Joined-up Thinking

The paper acknowledges that divergent approaches across the globe can stifle innovation, and highlights that certain areas may require a common approach for solutions to be viable and interoperable. Examples include issues relating to anti-money laundering, counter-terrorist financing, payments, and cross-border verification of identity.

The consultation envisages that network members will collaborate on policy work where possible, with members opting in to activities as appropriate (recognising that the regulators involved will have varying areas of focus and different mandates). This collaboration could include cross-border trials, comparative market studies, and TechSprints (events that bring together participants from across and outside of financial services, to develop technology-based ideas or proof of concepts to address specific industry challenges).

While establishing fruitful collaboration might take some time, any steps towards coordination and regulatory convergence would be hugely beneficial for global businesses seeking to navigate regulatory requirements.

A Global Sandbox

The ability for firms to conduct cross-border trials would be an important step forward in helping bring new solutions to market. The paper highlights that such trials are an important way for regulators to learn about new products and services too, and how this learning could, in the longer term, lead to areas of regulatory convergence.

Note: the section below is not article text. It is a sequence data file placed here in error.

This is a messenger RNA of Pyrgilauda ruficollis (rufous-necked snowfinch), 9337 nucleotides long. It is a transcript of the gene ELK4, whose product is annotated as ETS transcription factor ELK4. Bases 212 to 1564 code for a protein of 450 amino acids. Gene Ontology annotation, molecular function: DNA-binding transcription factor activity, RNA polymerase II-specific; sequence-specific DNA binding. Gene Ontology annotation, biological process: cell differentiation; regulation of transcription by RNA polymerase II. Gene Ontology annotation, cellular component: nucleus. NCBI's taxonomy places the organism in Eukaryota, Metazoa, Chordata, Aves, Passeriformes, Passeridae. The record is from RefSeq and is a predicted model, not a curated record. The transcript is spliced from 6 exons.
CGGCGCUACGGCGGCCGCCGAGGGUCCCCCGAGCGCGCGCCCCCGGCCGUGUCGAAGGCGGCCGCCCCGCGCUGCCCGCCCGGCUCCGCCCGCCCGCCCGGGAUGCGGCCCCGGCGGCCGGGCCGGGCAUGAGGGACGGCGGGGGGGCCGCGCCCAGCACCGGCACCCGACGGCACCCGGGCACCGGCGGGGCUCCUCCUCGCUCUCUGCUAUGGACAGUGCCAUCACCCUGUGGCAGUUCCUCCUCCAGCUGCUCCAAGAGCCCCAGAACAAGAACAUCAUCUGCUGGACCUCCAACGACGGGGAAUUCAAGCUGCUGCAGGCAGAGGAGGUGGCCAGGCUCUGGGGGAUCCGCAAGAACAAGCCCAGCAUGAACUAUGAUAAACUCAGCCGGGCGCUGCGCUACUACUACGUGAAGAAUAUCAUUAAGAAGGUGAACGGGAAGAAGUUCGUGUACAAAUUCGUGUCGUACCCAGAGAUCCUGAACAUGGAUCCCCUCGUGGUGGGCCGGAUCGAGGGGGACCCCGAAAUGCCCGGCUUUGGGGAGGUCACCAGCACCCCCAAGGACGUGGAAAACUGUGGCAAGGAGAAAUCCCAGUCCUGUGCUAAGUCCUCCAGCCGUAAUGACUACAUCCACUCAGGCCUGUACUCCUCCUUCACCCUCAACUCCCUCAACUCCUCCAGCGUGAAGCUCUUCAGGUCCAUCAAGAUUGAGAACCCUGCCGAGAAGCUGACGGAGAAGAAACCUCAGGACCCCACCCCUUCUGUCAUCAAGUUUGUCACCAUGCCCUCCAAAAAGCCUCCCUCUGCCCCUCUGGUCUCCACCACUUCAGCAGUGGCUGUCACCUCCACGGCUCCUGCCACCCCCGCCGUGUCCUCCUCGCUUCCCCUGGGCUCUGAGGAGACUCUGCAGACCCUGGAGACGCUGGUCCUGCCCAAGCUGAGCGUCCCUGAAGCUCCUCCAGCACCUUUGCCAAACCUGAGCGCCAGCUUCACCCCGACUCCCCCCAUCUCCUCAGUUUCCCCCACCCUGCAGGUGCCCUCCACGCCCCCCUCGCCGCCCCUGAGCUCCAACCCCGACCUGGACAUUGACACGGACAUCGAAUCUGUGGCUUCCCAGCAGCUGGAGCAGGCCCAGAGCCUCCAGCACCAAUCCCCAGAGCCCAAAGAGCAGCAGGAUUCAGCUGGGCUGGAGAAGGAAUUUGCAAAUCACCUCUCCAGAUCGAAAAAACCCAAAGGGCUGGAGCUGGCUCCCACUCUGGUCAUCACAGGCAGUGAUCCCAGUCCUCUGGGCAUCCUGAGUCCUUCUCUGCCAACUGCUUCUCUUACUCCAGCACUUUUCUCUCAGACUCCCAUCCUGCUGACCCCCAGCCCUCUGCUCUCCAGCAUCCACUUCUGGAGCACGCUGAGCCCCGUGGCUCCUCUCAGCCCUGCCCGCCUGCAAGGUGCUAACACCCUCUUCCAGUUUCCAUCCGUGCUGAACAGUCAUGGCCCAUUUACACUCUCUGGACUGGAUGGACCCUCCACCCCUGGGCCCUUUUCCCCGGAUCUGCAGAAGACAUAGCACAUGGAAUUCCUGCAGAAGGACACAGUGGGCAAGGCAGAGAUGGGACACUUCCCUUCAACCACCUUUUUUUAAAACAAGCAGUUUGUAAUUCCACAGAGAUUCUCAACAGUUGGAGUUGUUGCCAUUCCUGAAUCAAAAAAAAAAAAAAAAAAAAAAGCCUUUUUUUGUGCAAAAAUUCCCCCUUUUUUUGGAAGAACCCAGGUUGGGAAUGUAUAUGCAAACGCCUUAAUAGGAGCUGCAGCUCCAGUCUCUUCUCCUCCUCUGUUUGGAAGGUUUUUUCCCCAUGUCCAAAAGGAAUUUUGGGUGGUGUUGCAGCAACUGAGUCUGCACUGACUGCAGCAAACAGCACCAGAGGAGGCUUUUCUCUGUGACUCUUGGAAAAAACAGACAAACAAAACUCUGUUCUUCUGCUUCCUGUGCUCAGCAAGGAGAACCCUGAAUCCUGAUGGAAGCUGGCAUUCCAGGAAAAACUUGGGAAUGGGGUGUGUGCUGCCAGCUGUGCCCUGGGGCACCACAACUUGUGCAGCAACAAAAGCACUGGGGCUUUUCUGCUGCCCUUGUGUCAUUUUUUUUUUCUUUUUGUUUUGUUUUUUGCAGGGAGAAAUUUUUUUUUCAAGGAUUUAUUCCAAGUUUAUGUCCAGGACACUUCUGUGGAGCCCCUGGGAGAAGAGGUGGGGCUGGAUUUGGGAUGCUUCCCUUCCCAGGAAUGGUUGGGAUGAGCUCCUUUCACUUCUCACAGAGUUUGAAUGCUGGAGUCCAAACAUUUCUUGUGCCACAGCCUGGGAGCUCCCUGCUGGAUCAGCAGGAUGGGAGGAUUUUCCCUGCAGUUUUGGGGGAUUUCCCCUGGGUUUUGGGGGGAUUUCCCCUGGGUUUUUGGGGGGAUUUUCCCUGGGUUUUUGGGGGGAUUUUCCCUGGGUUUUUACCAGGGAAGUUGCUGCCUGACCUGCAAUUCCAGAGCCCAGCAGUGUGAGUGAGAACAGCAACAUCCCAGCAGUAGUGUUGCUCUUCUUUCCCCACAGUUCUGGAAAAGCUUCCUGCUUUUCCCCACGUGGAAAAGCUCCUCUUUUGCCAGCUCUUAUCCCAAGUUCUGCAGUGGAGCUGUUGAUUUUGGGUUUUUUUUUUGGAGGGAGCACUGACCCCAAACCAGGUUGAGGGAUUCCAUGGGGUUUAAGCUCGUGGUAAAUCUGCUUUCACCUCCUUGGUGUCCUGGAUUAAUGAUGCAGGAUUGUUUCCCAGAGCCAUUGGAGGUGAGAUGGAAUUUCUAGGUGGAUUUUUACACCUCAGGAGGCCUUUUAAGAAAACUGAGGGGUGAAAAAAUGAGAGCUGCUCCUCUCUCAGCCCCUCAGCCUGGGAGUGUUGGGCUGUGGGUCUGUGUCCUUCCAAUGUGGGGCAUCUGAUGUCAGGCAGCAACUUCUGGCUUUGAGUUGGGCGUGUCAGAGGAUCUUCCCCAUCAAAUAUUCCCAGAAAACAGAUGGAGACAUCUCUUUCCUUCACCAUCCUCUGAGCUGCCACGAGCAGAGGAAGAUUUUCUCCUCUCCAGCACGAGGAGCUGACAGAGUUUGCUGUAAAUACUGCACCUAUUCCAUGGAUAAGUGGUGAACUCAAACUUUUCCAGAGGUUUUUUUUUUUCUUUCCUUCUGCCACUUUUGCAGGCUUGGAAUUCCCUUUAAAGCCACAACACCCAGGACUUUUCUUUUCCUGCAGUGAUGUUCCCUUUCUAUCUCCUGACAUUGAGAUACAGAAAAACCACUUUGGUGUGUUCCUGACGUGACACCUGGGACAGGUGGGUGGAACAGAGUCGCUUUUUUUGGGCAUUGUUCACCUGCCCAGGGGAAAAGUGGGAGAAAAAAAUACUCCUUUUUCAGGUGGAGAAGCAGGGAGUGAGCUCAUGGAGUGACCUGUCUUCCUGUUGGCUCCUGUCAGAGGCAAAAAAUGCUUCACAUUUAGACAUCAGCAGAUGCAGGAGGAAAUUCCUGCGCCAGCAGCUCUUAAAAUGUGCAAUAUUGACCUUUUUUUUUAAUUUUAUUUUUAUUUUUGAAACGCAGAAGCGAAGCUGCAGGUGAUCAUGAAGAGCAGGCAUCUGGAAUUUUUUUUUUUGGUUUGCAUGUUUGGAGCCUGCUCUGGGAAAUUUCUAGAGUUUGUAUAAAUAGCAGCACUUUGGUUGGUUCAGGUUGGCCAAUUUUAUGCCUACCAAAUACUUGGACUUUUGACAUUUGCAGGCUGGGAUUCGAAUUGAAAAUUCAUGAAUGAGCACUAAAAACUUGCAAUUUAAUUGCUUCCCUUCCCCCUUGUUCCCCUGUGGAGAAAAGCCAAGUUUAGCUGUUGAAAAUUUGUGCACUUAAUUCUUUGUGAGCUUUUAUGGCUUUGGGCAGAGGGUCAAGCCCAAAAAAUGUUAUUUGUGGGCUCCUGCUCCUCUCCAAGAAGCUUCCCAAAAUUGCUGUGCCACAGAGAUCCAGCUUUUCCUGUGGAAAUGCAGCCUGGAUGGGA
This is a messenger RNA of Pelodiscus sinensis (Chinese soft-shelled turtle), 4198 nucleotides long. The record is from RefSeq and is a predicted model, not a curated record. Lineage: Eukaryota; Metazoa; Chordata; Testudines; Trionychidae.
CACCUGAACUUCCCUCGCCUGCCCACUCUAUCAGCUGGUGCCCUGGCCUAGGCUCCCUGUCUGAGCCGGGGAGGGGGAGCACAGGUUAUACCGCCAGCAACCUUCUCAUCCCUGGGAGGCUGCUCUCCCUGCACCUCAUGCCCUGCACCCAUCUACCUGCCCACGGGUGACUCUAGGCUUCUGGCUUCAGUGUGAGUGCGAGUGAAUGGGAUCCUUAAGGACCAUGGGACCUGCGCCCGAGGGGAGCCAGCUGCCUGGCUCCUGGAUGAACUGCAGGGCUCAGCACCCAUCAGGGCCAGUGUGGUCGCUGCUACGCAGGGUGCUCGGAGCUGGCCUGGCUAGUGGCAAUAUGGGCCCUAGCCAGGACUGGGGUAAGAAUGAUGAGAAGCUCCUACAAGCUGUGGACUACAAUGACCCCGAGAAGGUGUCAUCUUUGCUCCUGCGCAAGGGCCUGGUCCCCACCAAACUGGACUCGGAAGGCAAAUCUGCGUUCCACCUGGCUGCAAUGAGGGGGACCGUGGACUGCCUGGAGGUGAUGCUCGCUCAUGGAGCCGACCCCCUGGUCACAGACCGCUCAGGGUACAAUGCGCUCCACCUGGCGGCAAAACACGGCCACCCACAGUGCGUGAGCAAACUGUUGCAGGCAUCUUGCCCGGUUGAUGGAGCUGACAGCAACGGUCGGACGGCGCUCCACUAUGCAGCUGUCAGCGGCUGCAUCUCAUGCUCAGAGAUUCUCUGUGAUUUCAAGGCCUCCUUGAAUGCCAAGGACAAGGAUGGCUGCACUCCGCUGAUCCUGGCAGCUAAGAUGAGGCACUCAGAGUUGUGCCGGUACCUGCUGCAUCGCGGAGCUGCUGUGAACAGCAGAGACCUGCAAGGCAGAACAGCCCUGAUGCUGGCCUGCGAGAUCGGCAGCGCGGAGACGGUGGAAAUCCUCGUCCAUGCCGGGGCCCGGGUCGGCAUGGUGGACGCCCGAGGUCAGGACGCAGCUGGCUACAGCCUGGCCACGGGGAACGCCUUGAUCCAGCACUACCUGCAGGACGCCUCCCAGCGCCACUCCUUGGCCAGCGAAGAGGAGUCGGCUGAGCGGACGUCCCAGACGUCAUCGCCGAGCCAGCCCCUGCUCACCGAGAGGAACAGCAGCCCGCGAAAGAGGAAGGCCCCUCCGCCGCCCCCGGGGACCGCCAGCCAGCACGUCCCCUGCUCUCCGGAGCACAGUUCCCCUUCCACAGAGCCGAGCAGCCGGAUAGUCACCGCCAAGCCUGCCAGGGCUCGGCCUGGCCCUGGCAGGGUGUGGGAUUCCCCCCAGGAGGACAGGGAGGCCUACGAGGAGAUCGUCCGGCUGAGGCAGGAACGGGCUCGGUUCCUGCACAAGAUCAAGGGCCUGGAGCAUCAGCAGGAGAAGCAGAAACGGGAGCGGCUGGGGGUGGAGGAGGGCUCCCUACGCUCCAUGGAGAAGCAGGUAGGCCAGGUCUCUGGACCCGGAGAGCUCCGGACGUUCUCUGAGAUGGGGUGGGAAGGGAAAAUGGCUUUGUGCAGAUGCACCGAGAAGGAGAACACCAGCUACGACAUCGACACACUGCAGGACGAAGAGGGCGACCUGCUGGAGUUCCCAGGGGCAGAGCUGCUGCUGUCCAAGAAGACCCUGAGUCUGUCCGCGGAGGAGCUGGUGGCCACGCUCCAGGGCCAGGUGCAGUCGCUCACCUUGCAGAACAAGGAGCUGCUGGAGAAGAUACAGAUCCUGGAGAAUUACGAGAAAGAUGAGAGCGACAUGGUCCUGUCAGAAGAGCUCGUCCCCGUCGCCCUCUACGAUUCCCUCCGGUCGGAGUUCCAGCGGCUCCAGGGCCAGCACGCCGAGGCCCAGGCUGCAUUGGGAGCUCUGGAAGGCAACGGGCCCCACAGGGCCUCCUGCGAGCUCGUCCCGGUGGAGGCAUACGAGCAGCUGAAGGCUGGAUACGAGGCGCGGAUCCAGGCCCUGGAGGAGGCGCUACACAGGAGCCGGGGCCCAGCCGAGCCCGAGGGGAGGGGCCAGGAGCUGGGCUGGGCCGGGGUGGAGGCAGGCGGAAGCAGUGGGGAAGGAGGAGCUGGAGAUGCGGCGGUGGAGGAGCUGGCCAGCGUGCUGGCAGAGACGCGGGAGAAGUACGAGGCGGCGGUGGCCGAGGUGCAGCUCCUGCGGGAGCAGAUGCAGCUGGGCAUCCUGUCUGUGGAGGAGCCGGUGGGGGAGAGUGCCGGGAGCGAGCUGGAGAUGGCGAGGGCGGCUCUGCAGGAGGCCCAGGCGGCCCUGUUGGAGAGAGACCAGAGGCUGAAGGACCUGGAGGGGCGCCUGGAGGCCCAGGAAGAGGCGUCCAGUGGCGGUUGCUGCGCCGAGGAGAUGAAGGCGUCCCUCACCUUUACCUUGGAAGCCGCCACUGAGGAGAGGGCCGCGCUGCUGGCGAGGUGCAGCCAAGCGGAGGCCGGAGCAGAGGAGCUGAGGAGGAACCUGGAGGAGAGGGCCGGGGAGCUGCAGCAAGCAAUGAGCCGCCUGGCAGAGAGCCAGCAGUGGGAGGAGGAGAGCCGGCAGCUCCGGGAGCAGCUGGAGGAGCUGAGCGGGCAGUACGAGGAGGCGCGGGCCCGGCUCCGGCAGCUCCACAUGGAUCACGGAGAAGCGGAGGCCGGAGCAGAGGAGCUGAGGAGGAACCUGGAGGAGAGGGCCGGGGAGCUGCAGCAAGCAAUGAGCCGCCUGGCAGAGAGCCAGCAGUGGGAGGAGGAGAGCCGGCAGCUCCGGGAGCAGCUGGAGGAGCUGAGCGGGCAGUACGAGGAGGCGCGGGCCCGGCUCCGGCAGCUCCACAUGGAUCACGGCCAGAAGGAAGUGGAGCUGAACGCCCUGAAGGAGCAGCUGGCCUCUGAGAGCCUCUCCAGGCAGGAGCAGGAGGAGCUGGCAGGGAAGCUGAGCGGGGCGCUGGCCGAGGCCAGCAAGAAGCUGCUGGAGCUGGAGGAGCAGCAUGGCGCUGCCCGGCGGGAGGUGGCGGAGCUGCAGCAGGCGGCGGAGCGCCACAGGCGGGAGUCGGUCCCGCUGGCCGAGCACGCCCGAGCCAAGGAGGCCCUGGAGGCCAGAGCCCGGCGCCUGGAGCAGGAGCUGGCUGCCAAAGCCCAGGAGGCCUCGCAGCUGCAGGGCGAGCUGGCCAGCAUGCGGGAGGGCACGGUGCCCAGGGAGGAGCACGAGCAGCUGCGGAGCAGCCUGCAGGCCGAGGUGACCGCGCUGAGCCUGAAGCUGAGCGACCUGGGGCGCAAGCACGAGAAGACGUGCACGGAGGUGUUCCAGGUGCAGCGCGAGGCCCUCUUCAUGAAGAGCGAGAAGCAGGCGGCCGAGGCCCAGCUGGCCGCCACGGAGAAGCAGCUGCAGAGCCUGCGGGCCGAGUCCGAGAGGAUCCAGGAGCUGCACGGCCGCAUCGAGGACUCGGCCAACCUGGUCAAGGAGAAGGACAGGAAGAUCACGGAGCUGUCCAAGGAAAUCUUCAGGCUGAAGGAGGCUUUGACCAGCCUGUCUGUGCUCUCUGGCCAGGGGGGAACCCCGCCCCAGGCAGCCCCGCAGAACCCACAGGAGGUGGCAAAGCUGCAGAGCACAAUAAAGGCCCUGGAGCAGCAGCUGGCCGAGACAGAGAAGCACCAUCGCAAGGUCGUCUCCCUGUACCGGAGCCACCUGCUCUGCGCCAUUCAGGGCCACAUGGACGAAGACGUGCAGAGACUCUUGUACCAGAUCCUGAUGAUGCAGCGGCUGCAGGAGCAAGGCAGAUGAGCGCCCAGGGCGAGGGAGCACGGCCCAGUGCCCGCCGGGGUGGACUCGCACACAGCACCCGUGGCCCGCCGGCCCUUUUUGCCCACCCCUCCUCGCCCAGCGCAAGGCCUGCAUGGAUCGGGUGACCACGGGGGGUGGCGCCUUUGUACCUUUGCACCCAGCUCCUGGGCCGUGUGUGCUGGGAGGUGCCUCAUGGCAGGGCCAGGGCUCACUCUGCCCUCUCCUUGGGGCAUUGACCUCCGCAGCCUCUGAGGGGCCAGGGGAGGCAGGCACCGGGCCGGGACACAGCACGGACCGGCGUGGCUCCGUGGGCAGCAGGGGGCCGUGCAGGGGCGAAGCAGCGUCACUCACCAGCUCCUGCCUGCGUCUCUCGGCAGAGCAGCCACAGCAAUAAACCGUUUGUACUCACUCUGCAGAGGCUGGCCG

The paper proposes that businesses would be able to apply to enter a global sandbox before carrying out a cross-border trial. The sandbox could operate on either a cohort and topic-specific basis, or on a rolling basis. However, it is envisaged at present that the sandbox would not have a single set of entry criteria. Rather, the relevant regulator would set criteria for eligibility to test in their jurisdiction. Therefore, firms conducting a trial would be expected to meet all regulatory requirements in all relevant jurisdictions. The sandbox framework would not incorporate a “passporting” function allowing a firm authorised in one jurisdiction to carry out testing in other jurisdictions.

The paper also envisages that the sandbox would need to operate on an opt-in basis, to give regulators flexibility and discretion. This means that some members of the GFIN could choose not to participate in the sandbox initiative at all.

Consequently, businesses interested in cross-border testing should not anticipate a fully operative solution just yet. Hopefully these obstacles to creating a truly multi-jurisdictional approach will not undermine the initiative.

Next Steps

The paper requests feedback from stakeholders both within and beyond the jurisdictions participating in the GFIN by 14 October 2018. The paper explains that, over the next two months, there will be various engagement activities across the jurisdictions involved.

The FCA plans to review the feedback received and agree on next steps with the other participants in the autumn. Next steps will also include setting out a proposed timeline for launch of the GFIN.